It Is What It Is?

Thank you to Mike Cope for planting the seed of this post:

In Illusions of Innocence, restorationist theo-historians Leonard Allen and Richard Hughes write:

“The restoration perspective has worked in American life in two important ways. Some Americans have enshrined first times as an ideal to be approximated and even as a kind of transcendent norm that stands in judgment on the ambiguities of the present age. In this case, the myth of first times has been a beacon summoning Americans to perfection. On the other hand, some Americans have fully identified their religious denomination or even their nation itself with the purity of first times. The illusion thereby fostered in the minds of these Americans is that they are an innocent and fundamentally natural people who, in effect, have stepped outside of history, thereby escaping the powerful influences of history, culture, and tradition. These Americans therefore have often confused the historic particularities of their limited experience with universal norms that should be embraced, they have thought, by all people in all cultures and all times.”

The point they make is valid, if self-condemning.  In essence, they find a strong correlation between how Americans view the Constitution with how they view Scripture.  Is the Constitution a normative, rigid framework for government to be interpreted strictly and literally, right down to the punctuation marks?  Or is the Constitution a living document, a product of its time and place to be interpreted based on what America needs it to be now?  Is government free to act in unconstitutional ways when they decide they “need to,” or does doing so threaten the legitimacy or even the very existence of that government?  Is the Constitution sufficient to govern America in any time under any circumstances, or do we live in a “post-Constitutional” culture that demands a new way of thinking and doing government?  Ultimately, how a person answers these questions determines whether the person is conservative or liberal politically.

That same “strict constructionist” vs. “living document” debate has been raging in hermeneutical circles in churches of Christ for most of the last three decades, fueled in no small measure by Hughes and Allen among others.  The issue at hand is about the nature of Scripture itself.  What is the Bible, why is it here, and what do we do with it?  Allen and Hughes argue that, like with the Constitution, those who advocate a “strict constructionist” view of Scripture are laboring under an illusion of innocence — that is, the rules of history and cultural change simply do not apply. Further, they argue that the norms of the “first times” cannot be replicated or even approximated. Too much time has gone by, and those who believe otherwise are ignorant, willfully or otherwise.

Now to be sure, the “strict constructionist” view of Scripture has its flaws, particularly when the Bible is seen as a sort of “Constitution of the Christian faith” as one of my college professors described it.  Times have changed. Society’s needs are different in 21st century Kentucky than they were in 1st century Corinth.  What we do as Christians is, like it or not, an expression of who we are.  To pretend otherwise is to be dishonest with God.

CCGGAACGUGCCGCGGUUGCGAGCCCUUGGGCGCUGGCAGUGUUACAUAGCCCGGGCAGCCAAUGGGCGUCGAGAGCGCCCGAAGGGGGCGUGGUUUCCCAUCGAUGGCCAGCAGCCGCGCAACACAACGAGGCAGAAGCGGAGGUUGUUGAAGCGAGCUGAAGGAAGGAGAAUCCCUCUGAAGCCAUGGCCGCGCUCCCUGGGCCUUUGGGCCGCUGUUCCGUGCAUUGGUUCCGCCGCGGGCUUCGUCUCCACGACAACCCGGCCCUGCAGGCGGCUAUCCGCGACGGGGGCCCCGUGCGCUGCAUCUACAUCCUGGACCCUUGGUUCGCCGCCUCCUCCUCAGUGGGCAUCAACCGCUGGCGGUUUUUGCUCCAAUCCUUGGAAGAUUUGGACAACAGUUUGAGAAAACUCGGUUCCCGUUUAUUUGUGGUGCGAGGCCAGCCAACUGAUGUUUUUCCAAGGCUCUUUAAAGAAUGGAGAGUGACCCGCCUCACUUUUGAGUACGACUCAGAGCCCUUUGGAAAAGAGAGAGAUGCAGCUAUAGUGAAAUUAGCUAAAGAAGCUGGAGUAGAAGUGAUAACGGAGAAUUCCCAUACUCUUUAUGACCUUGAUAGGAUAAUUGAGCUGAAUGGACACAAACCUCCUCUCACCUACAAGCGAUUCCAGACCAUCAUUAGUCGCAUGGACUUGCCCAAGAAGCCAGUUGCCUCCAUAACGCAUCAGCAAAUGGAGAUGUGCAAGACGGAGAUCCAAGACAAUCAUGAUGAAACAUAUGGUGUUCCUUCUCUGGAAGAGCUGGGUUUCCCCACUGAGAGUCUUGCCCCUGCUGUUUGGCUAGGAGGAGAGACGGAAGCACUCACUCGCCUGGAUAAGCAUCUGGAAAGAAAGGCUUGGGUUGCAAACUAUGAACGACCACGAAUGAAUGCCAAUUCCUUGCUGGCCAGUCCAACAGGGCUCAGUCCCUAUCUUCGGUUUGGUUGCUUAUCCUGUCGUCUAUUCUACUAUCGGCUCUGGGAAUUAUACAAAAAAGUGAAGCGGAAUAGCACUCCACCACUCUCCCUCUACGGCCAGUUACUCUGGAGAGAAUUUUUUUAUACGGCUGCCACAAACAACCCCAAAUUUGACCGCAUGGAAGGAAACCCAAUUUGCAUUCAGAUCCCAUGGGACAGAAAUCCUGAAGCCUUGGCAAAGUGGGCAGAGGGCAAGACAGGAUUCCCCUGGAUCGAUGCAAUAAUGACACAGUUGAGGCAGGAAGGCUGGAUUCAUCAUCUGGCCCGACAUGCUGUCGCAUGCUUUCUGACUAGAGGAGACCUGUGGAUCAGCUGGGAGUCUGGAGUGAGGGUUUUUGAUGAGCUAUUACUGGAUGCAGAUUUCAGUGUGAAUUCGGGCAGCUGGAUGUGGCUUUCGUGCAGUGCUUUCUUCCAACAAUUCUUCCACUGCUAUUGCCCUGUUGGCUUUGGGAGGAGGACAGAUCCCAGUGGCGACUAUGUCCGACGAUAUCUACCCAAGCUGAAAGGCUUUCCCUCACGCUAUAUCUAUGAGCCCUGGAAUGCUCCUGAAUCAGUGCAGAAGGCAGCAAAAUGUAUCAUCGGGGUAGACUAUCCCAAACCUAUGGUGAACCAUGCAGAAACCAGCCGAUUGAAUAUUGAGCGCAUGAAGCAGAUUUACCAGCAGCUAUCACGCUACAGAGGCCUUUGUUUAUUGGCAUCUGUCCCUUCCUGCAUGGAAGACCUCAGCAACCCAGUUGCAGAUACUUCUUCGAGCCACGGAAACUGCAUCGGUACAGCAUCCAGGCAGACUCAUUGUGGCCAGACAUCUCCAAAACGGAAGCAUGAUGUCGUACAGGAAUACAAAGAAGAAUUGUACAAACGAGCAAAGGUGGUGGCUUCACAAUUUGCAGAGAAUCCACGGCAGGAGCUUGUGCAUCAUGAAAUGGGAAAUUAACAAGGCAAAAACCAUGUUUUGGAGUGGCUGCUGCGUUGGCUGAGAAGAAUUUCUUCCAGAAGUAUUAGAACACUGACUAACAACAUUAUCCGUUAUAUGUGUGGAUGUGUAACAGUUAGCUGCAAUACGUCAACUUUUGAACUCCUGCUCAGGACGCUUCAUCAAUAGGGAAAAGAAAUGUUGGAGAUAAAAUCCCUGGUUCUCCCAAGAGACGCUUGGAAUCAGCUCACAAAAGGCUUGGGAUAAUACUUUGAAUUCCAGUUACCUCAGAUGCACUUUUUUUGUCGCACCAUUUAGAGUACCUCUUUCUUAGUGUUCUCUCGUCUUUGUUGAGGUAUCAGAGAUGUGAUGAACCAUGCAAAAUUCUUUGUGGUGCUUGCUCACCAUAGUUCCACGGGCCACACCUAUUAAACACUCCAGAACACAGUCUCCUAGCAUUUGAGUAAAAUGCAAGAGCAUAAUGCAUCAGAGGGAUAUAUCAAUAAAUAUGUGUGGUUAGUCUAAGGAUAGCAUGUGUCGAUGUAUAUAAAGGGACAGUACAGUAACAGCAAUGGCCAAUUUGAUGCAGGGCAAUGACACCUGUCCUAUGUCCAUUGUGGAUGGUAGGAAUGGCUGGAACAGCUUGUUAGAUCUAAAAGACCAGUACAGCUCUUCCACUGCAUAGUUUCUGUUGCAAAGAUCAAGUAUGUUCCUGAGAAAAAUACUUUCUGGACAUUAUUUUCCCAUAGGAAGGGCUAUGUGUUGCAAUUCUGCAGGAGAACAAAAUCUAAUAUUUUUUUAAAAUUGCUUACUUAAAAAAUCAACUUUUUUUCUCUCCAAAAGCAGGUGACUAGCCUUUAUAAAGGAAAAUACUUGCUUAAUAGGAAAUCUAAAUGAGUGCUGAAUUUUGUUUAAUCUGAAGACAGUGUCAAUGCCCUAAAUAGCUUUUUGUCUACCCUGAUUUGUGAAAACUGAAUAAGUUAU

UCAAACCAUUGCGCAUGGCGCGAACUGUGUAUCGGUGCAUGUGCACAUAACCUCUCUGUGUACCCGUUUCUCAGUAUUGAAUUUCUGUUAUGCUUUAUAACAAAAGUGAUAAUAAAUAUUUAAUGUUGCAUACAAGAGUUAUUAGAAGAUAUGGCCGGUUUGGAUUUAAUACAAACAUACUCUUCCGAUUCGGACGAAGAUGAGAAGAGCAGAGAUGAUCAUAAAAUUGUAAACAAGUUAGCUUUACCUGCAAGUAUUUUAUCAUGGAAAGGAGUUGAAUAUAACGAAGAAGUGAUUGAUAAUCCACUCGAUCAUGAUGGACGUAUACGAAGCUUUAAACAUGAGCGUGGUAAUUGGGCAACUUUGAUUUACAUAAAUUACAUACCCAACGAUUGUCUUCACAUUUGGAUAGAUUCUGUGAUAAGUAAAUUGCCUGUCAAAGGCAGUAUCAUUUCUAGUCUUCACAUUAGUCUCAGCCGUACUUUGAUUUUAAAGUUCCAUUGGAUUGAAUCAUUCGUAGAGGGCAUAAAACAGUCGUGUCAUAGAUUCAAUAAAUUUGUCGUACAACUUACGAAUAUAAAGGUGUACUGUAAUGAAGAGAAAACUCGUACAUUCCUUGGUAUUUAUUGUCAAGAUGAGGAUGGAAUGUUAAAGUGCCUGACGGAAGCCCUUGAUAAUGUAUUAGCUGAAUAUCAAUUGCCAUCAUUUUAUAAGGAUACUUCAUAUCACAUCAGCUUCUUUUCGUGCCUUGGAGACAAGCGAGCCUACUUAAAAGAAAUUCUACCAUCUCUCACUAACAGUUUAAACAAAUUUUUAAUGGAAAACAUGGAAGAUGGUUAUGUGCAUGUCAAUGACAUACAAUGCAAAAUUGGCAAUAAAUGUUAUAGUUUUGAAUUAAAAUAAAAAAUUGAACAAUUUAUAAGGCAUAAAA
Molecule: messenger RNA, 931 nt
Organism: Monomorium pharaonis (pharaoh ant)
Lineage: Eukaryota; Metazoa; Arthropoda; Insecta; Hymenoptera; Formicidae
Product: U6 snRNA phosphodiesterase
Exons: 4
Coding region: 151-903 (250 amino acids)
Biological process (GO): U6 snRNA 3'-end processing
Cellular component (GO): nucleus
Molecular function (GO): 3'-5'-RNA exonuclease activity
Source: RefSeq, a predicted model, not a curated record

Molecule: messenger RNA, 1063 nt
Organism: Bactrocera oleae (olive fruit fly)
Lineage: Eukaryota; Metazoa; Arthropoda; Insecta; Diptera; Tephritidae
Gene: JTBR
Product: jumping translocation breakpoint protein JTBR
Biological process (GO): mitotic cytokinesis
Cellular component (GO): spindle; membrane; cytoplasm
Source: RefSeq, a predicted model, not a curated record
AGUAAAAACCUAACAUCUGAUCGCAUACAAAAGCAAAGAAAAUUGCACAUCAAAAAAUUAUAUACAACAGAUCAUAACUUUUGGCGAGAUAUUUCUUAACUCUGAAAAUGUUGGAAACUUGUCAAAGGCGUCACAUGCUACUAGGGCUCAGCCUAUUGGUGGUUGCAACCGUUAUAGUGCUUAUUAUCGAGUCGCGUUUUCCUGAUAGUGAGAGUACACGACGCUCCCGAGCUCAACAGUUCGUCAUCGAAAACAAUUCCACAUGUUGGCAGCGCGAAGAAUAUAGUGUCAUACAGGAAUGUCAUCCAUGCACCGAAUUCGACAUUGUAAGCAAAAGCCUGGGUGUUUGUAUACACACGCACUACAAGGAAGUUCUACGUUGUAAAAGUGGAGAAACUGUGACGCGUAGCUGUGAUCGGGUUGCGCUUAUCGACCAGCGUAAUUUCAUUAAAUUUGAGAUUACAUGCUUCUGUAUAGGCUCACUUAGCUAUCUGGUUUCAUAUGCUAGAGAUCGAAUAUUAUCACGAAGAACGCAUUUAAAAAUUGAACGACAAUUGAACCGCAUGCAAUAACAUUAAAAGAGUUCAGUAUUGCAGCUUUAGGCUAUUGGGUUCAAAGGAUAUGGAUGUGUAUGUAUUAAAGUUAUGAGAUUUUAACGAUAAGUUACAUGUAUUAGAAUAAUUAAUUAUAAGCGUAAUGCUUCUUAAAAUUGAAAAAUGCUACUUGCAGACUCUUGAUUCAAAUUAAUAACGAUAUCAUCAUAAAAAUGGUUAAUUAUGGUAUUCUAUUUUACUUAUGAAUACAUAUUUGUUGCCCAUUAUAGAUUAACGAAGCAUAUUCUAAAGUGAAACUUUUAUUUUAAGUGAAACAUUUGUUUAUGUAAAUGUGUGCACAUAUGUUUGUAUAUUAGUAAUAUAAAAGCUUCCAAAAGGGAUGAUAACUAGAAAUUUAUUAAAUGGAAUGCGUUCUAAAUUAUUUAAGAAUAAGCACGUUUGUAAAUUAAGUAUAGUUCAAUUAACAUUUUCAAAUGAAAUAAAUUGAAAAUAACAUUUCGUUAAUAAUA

But the “living document hermeneutic” is likewise rife with problems.  For one, it completely misses the nature of divine revelation, particularly in the Old Testament.  The Law of Moses lasted for 1500 years.  During that time, Israel went from being a nomadic people wandering the desert to being a confederation of tribes, then a kingdom, then two kingdoms, then an oppressed minority within any number of world empires.  Times changed.  But for all their changing circumstances, God only gave Israel one Moses.  Instead of sending prophets to give new laws for new circumstances, God sent Isaiah and company to show how the Law of Moses still applied.  The prophets were the original Restoration Movement.

Likewise, in the New Testament, Jesus sent His apostles to “preach the gospel to every creature.”  How that gospel inpacted a person’s life was different from individual to individual, from city to city, and from time to time.  But the gospel itself is timeless.  The principles that Jesus taught — that the apostles explained to Corinthians, Romans, and Colossians, that carry down to us today in Scripture — never change.

The “living document hermeneutic,” then, asks the wrong question.  It wants to know “Does the principle in Scripture still apply today?”  The answer is yes.  Always.  Without exception.  “How does the principle apply” might vary from time to time and place to place, but the principle itself stands — always and forever.

The Constitution itself gives us a hint as to why that might be.  Article V, section 1, says that whenever Cnogress deems necessary, it (or the states) can propose amendments to the Constitution.  Those amendments, if ratified, become just as much a part of the Constitution as the rest of it.  This process has been carried to completion 27 times in American history.

That’s the difference.  The Constitution recognizes its own fallibility, while the Bible does not.  The Bible does not have, nor has it ever had, an amendment process. We the people have no right to decide whether God’s decision should stand, or to change it once it is made.  God asks us to trust that His Word is all we need no matter where we live, or when.

This calls from great hermeneutical care.  We must never elevate the traditions of men to the level of principles of God.  Likewise, we must never dismiss one of God’s principles based on which men stand in apporval of them.


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